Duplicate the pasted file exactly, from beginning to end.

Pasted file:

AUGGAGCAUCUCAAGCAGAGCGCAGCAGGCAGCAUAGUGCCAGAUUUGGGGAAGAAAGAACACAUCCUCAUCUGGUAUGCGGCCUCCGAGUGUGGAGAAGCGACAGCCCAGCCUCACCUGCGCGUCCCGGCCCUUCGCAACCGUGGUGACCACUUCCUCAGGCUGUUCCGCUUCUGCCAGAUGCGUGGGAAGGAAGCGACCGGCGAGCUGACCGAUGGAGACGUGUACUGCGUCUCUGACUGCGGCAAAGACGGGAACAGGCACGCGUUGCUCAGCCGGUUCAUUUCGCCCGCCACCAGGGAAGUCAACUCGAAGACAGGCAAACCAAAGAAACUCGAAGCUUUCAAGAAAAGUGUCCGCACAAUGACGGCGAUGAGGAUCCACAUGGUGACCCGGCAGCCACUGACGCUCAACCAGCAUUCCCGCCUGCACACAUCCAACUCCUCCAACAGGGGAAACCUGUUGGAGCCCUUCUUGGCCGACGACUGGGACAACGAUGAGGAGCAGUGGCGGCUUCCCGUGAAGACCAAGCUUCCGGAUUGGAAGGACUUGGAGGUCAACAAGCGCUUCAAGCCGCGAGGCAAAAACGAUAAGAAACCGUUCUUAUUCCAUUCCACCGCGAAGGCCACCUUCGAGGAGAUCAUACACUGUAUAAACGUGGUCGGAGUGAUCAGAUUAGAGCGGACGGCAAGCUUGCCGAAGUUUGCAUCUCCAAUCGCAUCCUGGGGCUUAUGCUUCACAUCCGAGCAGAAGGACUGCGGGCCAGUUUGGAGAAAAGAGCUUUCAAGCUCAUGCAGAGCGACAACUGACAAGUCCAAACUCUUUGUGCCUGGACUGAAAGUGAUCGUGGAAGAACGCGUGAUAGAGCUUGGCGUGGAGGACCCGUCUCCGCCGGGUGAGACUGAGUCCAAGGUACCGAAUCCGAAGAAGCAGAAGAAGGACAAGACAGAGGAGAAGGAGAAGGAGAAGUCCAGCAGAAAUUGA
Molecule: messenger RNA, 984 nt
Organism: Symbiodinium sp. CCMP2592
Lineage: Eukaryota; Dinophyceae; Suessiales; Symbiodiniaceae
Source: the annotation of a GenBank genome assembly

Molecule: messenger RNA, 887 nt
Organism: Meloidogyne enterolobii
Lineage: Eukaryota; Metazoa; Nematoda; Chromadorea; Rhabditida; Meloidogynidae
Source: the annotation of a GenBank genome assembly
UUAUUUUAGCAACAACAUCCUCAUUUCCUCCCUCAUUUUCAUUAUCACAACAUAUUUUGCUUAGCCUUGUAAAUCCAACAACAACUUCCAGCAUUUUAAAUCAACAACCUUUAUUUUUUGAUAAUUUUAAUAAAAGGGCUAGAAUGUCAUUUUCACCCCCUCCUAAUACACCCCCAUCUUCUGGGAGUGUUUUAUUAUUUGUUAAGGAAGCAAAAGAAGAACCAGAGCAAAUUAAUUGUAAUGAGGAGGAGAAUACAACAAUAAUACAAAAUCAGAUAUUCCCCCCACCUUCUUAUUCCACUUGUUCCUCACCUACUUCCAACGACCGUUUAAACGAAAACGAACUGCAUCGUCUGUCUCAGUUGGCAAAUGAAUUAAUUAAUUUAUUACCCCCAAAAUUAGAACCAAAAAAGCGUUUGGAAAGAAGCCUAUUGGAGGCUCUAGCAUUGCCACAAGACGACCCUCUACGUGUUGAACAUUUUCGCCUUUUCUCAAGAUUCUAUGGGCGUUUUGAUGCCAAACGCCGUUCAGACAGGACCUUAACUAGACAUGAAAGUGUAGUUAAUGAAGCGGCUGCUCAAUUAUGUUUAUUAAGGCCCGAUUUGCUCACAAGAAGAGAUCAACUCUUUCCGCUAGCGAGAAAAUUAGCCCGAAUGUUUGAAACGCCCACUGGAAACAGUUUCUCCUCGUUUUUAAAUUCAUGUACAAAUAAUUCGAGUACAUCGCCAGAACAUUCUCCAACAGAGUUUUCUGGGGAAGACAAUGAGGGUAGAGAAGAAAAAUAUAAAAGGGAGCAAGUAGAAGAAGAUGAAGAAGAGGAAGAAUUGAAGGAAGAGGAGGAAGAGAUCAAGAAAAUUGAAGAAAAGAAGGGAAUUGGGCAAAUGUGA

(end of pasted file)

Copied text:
AUGGAGCAUCUCAAGCAGAGCGCAGCAGGCAGCAUAGUGCCAGAUUUGGGGAAGAAAGAACACAUCCUCAUCUGGUAUGCGGCCUCCGAGUGUGGAGAAGCGACAGCCCAGCCUCACCUGCGCGUCCCGGCCCUUCGCAACCGUGGUGACCACUUCCUCAGGCUGUUCCGCUUCUGCCAGAUGCGUGGGAAGGAAGCGACCGGCGAGCUGACCGAUGGAGACGUGUACUGCGUCUCUGACUGCGGCAAAGACGGGAACAGGCACGCGUUGCUCAGCCGGUUCAUUUCGCCCGCCACCAGGGAAGUCAACUCGAAGACAGGCAAACCAAAGAAACUCGAAGCUUUCAAGAAAAGUGUCCGCACAAUGACGGCGAUGAGGAUCCACAUGGUGACCCGGCAGCCACUGACGCUCAACCAGCAUUCCCGCCUGCACACAUCCAACUCCUCCAACAGGGGAAACCUGUUGGAGCCCUUCUUGGCCGACGACUGGGACAACGAUGAGGAGCAGUGGCGGCUUCCCGUGAAGACCAAGCUUCCGGAUUGGAAGGACUUGGAGGUCAACAAGCGCUUCAAGCCGCGAGGCAAAAACGAUAAGAAACCGUUCUUAUUCCAUUCCACCGCGAAGGCCACCUUCGAGGAGAUCAUACACUGUAUAAACGUGGUCGGAGUGAUCAGAUUAGAGCGGACGGCAAGCUUGCCGAAGUUUGCAUCUCCAAUCGCAUCCUGGGGCUUAUGCUUCACAUCCGAGCAGAAGGACUGCGGGCCAGUUUGGAGAAAAGAGCUUUCAAGCUCAUGCAGAGCGACAACUGACAAGUCCAAACUCUUUGUGCCUGGACUGAAAGUGAUCGUGGAAGAACGCGUGAUAGAGCUUGGCGUGGAGGACCCGUCUCCGCCGGGUGAGACUGAGUCCAAGGUACCGAAUCCGAAGAAGCAGAAGAAGGACAAGACAGAGGAGAAGGAGAAGGAGAAGUCCAGCAGAAAUUGA
Molecule: messenger RNA, 984 nt
Organism: Symbiodinium sp. CCMP2592
Lineage: Eukaryota; Dinophyceae; Suessiales; Symbiodiniaceae
Source: the annotation of a GenBank genome assembly

Molecule: messenger RNA, 887 nt
Organism: Meloidogyne enterolobii
Lineage: Eukaryota; Metazoa; Nematoda; Chromadorea; Rhabditida; Meloidogynidae
Source: the annotation of a GenBank genome assembly
UUAUUUUAGCAACAACAUCCUCAUUUCCUCCCUCAUUUUCAUUAUCACAACAUAUUUUGCUUAGCCUUGUAAAUCCAACAACAACUUCCAGCAUUUUAAAUCAACAACCUUUAUUUUUUGAUAAUUUUAAUAAAAGGGCUAGAAUGUCAUUUUCACCCCCUCCUAAUACACCCCCAUCUUCUGGGAGUGUUUUAUUAUUUGUUAAGGAAGCAAAAGAAGAACCAGAGCAAAUUAAUUGUAAUGAGGAGGAGAAUACAACAAUAAUACAAAAUCAGAUAUUCCCCCCACCUUCUUAUUCCACUUGUUCCUCACCUACUUCCAACGACCGUUUAAACGAAAACGAACUGCAUCGUCUGUCUCAGUUGGCAAAUGAAUUAAUUAAUUUAUUACCCCCAAAAUUAGAACCAAAAAAGCGUUUGGAAAGAAGCCUAUUGGAGGCUCUAGCAUUGCCACAAGACGACCCUCUACGUGUUGAACAUUUUCGCCUUUUCUCAAGAUUCUAUGGGCGUUUUGAUGCCAAACGCCGUUCAGACAGGACCUUAACUAGACAUGAAAGUGUAGUUAAUGAAGCGGCUGCUCAAUUAUGUUUAUUAAGGCCCGAUUUGCUCACAAGAAGAGAUCAACUCUUUCCGCUAGCGAGAAAAUUAGCCCGAAUGUUUGAAACGCCCACUGGAAACAGUUUCUCCUCGUUUUUAAAUUCAUGUACAAAUAAUUCGAGUACAUCGCCAGAACAUUCUCCAACAGAGUUUUCUGGGGAAGACAAUGAGGGUAGAGAAGAAAAAUAUAAAAGGGAGCAAGUAGAAGAAGAUGAAGAAGAGGAAGAAUUGAAGGAAGAGGAGGAAGAGAUCAAGAAAAUUGAAGAAAAGAAGGGAAUUGGGCAAAUGUGA